Jordan’s King Abdullah II delivered a virtual address at “the Middle East and the new US administration” conference at the Brookings Institution on Thursday, 25 February.
The conference focused on Middle Eastern relations in the new US President, Joe Biden’s administration. King Abdullah thanked those assembled for inviting him to speak and praised US leadership, saying it “is key to regional security and stability.”
He added, “We are heartened by President Biden’s renewed commitment to international engagement.”
The King stressed America’s important values: “In these difficult times, America’s balanced voice and values are greatly needed to restore momentum to a partnership-based global system that puts the health and wellbeing of all peoples at the heart of its priorities.”
King Abdullah also reaffirmed Jordan’s support for the US: “Our relationship is a friendship and a joint commitment that extends over seven decades. It is a relationship we have proudly built together over the years.”
He also touched on the ongoing COVID-19 pandemic and the importance of getting the vaccine distributed to everyone worldwide. His Majesty shared how Jordan is giving vaccines to refugees, revealing that the first refugee in the world to receive the jab was in his kingdom for free. The King stressed that refugees could not be forgotten – even during times of a global pandemic. Organisations like the World Health Organisation, the UNHCR, and UNRWA must be given continued support, he said, because helping them “is essential to enable them to assist vulnerable communities in averting the far-reaching implications of the pandemic on health, livelihoods, education, and food security.”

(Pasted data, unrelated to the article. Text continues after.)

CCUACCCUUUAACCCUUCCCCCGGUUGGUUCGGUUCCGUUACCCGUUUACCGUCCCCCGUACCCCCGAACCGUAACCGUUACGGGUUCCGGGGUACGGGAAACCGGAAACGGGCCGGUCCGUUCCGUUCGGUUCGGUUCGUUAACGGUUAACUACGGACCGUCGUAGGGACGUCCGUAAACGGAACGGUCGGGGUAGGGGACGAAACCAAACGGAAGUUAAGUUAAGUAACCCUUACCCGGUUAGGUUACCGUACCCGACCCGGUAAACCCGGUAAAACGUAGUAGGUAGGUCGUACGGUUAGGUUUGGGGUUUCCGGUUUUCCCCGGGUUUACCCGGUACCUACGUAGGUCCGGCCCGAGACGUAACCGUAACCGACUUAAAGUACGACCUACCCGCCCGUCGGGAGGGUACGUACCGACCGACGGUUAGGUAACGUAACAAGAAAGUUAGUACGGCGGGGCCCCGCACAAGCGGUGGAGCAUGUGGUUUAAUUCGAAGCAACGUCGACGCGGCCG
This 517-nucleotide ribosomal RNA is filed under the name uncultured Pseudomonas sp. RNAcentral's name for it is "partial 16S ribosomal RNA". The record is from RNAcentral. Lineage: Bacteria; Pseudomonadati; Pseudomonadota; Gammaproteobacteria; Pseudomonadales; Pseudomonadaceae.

King Abdullah added that terror threats from groups like ISIS and Boko Haram are still prevalent and that the pandemic will help fuel their recruitment. He said the Middle East is looking to US leadership in the midst of turmoil in the region, which includes conflicts in Syria and Yemen. As an ardent supporter of the Palestinians, he also spoke about the need for a two-state solution and how Jordan will continue to be the custodian of the Islamic and Christian holy sites in Jerusalem.
He concluded his remarks by talking about Jordan’s centennial, the need for peace in the Middle East, and the Brookings Institution’s importance.
The Brookings Institution was founded in 1916 and is a think tank that specialises in international public and foreign relations.